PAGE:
We adopted Lenny from our town’s animal shelter twelve years ago when he was seven, beyond the age at which many consider a dog to be adoptable. It was a coincidence for both Lenny and me that I was even at the shelter that day. We had two girl dogs (Callie and Nellie) so I wasn’t really looking for another dog. But I was worried about a pit puppy and went there to check on her. Fortunately she had been adopted, but in her place I saw this thin border terrier mix – his “family” had dumped him in the pound’s “drop-off box” the night before – he seemed right from that to be overwhelmed by what had happened to him.

As soon as I saw him, I knew he would come home with me. Since he was an “owner-given dog” we had to wait, but when I finally got him home he became what some call a “velcro dog”. He wasn’t really scared of separation, he just wanted to be by my side all the time, a leash was unnecessary; I just had to be careful if I tripped over him. It took him a couple of months to get the hang of it, including frequent and long walks with his new sister dogs that taught him how to be a normal dog in a short amount of time. Callie showed him the correct leg raises (she had mastered this “cross-gender” method for a long time), and Nell, who didn’t like him at first, quickly realized that it wasn’t like having two dogs that ruled their “favorite status” like that bad.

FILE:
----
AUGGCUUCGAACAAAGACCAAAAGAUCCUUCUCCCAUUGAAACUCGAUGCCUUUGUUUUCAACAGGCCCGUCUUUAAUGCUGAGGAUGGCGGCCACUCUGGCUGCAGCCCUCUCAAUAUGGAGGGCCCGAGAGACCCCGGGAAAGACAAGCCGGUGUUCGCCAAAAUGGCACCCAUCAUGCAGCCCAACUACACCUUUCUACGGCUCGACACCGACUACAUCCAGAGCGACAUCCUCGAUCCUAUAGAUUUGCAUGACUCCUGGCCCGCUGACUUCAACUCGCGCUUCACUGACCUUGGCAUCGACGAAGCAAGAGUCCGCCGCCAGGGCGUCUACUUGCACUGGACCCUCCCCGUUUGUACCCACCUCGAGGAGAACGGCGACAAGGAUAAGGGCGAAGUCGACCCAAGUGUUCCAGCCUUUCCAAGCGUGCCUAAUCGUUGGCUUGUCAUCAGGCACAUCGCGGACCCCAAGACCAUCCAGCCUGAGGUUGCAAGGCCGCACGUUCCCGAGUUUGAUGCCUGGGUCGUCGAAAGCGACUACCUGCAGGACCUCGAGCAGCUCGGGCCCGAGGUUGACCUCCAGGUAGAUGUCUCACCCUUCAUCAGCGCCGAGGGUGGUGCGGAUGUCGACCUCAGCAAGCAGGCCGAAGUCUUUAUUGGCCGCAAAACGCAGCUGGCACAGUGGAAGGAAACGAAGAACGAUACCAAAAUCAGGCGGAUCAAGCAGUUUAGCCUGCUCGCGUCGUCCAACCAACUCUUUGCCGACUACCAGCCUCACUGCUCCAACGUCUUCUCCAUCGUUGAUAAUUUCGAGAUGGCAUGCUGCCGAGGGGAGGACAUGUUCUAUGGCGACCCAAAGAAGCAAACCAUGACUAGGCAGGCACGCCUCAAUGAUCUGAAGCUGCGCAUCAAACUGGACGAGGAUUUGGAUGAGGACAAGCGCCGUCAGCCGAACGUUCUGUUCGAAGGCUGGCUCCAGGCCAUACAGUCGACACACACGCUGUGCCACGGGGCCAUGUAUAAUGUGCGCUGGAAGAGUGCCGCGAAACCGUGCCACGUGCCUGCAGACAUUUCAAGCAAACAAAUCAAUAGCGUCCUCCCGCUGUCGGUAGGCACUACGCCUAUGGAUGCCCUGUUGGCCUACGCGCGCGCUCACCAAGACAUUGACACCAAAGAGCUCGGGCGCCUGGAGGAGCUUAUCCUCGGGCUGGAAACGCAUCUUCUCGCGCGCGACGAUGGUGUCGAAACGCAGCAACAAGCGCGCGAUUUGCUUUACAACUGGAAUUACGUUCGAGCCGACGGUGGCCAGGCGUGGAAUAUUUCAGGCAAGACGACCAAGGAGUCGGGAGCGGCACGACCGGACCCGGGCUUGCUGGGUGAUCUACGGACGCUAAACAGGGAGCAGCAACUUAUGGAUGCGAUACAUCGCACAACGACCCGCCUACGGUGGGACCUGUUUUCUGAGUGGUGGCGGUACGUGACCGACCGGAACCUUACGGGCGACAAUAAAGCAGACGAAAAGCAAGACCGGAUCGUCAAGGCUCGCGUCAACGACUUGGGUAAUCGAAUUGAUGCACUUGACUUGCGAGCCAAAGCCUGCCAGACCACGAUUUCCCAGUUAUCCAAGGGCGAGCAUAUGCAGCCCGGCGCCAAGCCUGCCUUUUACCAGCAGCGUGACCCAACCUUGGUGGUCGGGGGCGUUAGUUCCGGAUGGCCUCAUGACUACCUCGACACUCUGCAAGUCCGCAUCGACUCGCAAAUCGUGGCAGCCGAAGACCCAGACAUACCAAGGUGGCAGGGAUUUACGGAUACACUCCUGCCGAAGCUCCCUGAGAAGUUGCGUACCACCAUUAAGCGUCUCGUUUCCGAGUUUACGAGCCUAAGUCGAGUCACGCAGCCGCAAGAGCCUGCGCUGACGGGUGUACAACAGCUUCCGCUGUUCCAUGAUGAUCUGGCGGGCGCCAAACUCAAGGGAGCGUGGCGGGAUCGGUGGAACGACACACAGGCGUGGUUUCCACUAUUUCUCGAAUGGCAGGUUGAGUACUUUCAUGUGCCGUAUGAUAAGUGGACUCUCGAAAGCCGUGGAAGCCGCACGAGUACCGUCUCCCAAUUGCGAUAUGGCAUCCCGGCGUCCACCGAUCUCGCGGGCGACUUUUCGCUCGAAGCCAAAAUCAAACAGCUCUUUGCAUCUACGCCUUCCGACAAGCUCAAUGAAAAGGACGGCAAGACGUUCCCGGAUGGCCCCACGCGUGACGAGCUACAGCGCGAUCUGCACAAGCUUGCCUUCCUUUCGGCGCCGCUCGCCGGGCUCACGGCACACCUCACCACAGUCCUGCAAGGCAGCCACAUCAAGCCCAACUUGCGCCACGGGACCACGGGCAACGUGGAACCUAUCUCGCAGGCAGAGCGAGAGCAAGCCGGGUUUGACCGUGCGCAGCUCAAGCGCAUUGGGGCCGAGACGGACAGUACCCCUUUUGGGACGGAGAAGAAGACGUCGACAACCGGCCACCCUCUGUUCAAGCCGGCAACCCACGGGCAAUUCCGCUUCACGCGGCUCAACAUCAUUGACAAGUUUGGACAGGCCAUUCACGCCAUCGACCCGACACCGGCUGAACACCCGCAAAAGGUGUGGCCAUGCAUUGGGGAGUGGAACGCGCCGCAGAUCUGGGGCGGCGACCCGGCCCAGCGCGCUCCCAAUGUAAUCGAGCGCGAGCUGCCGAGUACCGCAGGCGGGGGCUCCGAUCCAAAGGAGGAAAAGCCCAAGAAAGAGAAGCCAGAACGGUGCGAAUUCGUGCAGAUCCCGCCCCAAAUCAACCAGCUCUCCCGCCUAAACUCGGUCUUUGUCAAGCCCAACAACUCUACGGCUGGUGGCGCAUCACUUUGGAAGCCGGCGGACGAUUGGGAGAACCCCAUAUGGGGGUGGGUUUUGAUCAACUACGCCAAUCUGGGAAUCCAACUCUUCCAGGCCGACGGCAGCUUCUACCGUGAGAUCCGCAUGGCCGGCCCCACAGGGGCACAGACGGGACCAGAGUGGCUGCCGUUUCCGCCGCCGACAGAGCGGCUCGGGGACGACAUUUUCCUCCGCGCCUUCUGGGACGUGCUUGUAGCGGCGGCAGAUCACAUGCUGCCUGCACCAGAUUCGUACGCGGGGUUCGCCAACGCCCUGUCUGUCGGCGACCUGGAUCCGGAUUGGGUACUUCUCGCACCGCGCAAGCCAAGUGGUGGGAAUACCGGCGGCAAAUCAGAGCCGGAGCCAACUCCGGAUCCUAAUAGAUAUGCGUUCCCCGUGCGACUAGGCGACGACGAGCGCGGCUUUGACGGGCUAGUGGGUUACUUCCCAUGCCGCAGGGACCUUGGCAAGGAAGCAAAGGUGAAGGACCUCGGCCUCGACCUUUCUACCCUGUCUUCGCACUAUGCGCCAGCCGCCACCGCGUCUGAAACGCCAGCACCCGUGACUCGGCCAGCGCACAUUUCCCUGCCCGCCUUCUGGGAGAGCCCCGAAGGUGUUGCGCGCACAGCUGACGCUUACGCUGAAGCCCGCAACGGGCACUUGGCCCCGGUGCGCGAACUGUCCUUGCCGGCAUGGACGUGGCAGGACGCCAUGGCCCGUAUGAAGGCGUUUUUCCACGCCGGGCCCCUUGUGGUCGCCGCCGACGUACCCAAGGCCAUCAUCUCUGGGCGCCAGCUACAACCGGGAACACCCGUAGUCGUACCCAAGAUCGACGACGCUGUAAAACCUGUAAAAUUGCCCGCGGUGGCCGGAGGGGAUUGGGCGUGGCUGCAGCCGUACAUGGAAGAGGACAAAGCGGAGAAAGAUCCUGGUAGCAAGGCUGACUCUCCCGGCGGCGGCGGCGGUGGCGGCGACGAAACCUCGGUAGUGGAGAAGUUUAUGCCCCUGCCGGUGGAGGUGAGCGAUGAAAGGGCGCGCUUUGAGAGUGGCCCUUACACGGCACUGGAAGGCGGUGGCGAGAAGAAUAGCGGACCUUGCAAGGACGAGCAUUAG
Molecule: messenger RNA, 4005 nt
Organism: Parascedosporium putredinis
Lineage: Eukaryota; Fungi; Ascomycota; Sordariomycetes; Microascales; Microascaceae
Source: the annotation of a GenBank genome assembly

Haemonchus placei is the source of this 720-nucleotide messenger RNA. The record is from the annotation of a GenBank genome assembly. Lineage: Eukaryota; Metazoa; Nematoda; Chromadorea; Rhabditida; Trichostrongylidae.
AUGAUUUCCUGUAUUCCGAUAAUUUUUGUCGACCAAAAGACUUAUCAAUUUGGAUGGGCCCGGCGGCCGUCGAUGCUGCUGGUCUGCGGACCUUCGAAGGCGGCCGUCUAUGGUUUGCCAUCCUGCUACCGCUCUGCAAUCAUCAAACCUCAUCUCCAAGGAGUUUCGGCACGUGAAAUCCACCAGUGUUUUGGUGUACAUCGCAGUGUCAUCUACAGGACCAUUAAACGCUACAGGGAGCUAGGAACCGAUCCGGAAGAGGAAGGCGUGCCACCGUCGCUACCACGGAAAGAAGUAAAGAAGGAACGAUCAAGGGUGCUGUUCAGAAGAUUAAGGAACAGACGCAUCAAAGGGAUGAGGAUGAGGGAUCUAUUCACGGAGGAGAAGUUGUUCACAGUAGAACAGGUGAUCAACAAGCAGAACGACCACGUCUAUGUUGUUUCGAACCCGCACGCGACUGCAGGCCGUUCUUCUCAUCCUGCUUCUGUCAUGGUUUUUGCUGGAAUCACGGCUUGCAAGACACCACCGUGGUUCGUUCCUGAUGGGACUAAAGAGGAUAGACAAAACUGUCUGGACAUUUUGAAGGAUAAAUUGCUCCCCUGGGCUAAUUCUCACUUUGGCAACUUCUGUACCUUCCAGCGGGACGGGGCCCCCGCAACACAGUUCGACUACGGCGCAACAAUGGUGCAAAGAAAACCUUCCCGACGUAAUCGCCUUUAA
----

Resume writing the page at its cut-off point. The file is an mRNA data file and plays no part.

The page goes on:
Lenny was always a very tough little guy, even though he had chronically dry skin and red eyes, medically there was never really much wrong with him. But when he was 14 years old, Nell died and he fell into a severe depression – we believe his experience of the months of their decline had a severe impact on his spirit (as well as ours). So we got him and us, another dog, quickly! Lola, a 10 month old rescued German wirehaired pointer, was spot on – she looked and didn’t act like Nell (who was a Border Collie mix), and although he grumbled a little at first, he quickly gained his high trot and his back Life took on a new meaning – to “break in” the newcomer. It surprised me how he seemed to be losing years, acting more like a teenager to impress the new girl at school than the moody old man he had been. Then, as I noted in my editor’s letter, he definitely started going through changes at 17. I loved taking care of his daily needs for older dogs, using eye medication, cleaning sore ears, feeding his hands, carrying him in and out of the car, taking him on ever shorter and slower walks, and letting everyone take part in long sniffing sessions from everyone I knew Tree or green spot on the way. We have gone through a new phase in our relationship. It was almost like being with a long-time married couple, we had renewed our “vows of commitment”. I took pride in taking care of him, but I also realized that this slower, more measured life was not going to last long.

But it took another year and then, a few weeks ago, time caught up with him. It seemed that he likely had a stroke at night, followed by another one in the morning. I never thought it would happen so suddenly. A few days earlier, I had spoken to his vet about how to know if Lenny’s time had come because he had no life-threatening ailments. This added a degree of complexity to the “is this the right time?” Decision. But Len did it for himself. My boy died peacefully in my arms, a true terrier to the end, stubborn, trusting and utterly loyal.

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